The S&P was last at 2950 in October 2019, just five months ago.
I remember a lot about this past October. I remember writing and working and handing out candy. But I certainly don’t remember all this extra excitement to “buy good companies at good prices.” Instead, it was more common to hear that the market was overpriced and that a recession was just around the corner.
The market was at the same price level then as it is now, which means that the same exact buying opportunities were present. Shouldn’t these Twitter folks have been just as excited about buying then?
It should make you realize one of two things. Option 1: these Tweeters are malefactors, trying to take advantage of their followers by selling “shortcuts, hustles, hacks and too-good-to be-true” techniques.
Or Option 2: these Tweeters have good intentions, but are plainly in over their heads. They’re on the shallow end of the Dunning-Kruger curve. (P.S. I think I’m somewhere in the valley of sadness).
In other words, the self-appointed King Dividend is not Warren Buffett.
The claim that “you ought to be buying” should also make you realize: the relative price of the stock is much easier to focus on than the absolute price.
It’s easy to say, “Stocks are 13% cheaper than just one week ago…what a great deal!” It’s much more difficult to ascertain:
- Does 13% off mean that I’m now getting a good deal?
- Was it still a good deal at full price last week?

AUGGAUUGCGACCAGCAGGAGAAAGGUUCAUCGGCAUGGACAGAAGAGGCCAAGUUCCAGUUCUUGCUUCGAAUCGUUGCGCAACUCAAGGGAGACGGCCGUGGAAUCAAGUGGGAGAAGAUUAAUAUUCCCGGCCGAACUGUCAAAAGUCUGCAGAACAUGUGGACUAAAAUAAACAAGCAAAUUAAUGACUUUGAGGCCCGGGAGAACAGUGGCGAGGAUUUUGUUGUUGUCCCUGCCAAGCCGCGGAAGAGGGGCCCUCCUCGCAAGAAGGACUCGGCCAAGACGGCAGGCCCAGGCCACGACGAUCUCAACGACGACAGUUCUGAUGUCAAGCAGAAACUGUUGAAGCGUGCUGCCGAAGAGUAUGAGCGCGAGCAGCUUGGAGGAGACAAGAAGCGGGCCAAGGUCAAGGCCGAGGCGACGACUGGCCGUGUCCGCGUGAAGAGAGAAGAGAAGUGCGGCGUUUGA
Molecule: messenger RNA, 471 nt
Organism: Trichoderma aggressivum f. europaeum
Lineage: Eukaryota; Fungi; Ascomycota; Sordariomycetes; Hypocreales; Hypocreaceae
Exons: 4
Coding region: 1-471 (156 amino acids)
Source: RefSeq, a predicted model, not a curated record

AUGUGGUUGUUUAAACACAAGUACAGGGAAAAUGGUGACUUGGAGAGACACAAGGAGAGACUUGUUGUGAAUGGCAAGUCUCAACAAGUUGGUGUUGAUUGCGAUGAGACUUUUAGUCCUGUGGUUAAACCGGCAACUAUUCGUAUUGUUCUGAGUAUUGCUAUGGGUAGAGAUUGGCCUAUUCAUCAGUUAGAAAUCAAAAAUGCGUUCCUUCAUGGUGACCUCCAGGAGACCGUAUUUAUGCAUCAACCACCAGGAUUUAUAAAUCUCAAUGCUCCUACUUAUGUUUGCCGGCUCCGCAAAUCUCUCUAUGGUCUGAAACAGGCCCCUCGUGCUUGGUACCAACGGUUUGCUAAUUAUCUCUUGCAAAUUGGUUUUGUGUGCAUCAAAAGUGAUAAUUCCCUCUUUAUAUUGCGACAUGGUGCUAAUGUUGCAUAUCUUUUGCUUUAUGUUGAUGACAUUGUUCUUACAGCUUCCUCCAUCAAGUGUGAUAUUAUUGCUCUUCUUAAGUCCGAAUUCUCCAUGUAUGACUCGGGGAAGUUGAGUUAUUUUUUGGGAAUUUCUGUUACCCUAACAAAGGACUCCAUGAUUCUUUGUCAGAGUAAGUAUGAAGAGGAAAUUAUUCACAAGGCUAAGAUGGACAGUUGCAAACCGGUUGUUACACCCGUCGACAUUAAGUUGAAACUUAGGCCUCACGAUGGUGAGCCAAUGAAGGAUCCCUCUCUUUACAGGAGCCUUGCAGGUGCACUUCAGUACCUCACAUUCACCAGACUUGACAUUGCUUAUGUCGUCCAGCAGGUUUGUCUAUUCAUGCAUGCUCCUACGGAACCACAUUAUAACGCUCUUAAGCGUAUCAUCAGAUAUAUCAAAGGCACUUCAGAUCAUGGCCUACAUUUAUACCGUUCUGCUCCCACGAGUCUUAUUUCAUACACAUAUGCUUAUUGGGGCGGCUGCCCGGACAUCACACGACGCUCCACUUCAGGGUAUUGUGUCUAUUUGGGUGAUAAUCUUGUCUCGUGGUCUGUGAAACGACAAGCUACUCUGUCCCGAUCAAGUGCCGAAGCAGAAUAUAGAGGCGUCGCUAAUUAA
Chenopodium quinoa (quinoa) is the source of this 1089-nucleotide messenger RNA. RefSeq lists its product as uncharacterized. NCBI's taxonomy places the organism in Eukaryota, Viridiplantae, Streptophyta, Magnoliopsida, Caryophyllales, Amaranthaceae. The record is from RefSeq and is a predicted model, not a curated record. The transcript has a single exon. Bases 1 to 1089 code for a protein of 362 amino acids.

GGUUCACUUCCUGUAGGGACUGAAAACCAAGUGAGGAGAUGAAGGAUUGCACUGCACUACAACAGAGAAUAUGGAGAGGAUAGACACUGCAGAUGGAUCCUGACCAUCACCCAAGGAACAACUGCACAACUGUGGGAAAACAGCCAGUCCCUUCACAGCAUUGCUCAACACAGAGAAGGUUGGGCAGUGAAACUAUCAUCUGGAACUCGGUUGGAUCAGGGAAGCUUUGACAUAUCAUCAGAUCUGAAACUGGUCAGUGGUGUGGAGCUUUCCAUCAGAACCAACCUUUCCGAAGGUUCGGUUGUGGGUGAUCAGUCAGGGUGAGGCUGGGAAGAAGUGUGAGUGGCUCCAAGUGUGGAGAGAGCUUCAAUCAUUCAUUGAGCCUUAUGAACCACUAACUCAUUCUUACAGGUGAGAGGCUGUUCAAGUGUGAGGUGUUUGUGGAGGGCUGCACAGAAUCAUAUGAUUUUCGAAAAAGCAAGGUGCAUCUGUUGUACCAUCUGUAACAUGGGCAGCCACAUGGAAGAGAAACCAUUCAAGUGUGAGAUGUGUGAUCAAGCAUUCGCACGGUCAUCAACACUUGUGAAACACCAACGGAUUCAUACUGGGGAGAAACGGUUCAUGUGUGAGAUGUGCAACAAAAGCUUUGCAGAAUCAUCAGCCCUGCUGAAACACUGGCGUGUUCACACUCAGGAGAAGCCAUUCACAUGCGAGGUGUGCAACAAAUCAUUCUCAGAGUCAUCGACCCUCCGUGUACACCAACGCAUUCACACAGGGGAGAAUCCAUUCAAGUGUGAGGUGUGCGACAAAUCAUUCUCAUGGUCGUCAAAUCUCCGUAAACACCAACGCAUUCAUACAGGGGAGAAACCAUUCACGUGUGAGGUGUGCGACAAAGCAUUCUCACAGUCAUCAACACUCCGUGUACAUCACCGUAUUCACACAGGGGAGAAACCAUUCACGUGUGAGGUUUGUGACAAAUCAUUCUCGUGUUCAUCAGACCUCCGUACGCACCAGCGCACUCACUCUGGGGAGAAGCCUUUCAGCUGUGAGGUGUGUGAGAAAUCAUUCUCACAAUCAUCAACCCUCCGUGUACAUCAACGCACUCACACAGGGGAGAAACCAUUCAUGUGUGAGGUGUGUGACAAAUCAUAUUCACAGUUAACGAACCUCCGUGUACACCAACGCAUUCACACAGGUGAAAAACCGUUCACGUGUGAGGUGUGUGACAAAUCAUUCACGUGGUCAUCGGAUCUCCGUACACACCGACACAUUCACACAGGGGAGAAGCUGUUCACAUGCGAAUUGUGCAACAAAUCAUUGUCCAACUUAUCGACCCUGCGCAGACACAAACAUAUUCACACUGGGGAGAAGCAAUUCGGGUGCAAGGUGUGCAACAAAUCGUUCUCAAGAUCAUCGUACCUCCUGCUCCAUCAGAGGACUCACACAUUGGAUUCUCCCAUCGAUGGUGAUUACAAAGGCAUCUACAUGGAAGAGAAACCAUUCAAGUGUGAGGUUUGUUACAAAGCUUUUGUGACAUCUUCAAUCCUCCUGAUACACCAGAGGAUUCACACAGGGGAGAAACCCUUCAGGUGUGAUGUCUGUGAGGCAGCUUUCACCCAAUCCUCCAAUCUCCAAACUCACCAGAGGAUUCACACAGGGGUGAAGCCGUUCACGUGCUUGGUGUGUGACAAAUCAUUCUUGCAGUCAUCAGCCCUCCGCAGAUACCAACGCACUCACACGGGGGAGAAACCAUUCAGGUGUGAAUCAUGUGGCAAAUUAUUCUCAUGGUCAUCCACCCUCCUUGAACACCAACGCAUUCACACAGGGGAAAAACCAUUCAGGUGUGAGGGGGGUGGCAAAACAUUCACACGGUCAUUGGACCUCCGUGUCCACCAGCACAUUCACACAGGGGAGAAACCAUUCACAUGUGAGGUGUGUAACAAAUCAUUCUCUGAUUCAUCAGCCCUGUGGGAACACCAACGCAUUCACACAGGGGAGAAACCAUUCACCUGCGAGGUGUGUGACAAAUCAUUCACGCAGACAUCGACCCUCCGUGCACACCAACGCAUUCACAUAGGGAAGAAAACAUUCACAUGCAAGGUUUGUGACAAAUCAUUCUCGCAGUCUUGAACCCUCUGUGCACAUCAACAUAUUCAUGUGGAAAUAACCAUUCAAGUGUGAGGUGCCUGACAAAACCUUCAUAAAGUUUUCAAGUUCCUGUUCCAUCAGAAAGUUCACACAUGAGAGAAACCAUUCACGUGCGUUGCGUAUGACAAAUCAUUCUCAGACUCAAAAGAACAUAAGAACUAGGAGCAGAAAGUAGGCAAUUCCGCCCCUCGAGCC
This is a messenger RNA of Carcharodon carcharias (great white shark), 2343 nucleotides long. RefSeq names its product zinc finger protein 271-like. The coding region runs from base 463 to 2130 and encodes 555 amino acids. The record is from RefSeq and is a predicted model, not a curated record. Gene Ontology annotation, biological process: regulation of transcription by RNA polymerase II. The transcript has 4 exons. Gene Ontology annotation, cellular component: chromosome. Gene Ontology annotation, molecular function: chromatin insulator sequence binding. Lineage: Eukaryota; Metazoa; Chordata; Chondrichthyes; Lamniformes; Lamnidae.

- Or is it still overpriced? How much lower does the price need to go before I can that good deal?
These are hard questions that you and I probably don’t have the ability to properly assess. And King Dividend doesn’t know either.
Retail Sales and Stock Market Sales
This is a fairly common lesson in personal finance circles. It’s the “myth of the sale.” It’s one of the most common ways that retail stores take advantage of your monkey brain and convince you to buy their stuff. Think about when Sears or Home Depot has a great deal—30% off select items! What’s your reaction?
Most folks would say that the wrong reaction is to think, “It’s like free money—I’m getting 30 cents on the dollar!”
That’s because the right reaction should be, “Do I even want the item that’s on sale? And do I think it’s worth the 70% price?”
Every day, millions of shoppers are making decisions based on the “myth of the sale.” Amazon has “Flash Deals.” The grocery store has two-for-one specials. Black Friday is Black Friday. And in this case, the stock market has dips, scares, or all-out recessions.
If you think a stock is a good buy now, you should look yourself in the mirror—did you feel this way five months ago at the same price? If your answer now differs from your answer in October, then proceed with caution. There might be some faulty irrational logic at play.
Tweet Theme 2: Trust Me—I know what I’m Doing
This is a scary one. I’ve written in-depth about luck and skill and stock market success. Odds are, the person you’re listening to doesn‘t know what they’re doing. Myself included. And I’m an Archduke of Fact-Based Strategies.
When you see someone on the internet telling you to buy or sell or hold, you should wonder: is this person an expert? Am I even knowledgeable enough to determine whether this person is an expert? Or is it just the blind leading the blind? If the answers are unclear, be wary.
Contrarians, by definition, go against the majority flow. The market is selling, but they say buy. It makes them different and cool and edgy, but it doesn’t necessitate that they’re correct.
Am I a hypocrite? Am I giving you advice to not listen to others’ advice, and thus being both meta and contrarian? Maybe, but I don’t think so.
I’m neither listening to the Tweeters, nor offering my own 280 character wisdom. I don’t have prescriptive opinions about what you should do in the face of coronavirus. In my own investments, I’m taking wisdom from giants like Jack Bogle: “Stay the course.”
Staying My Course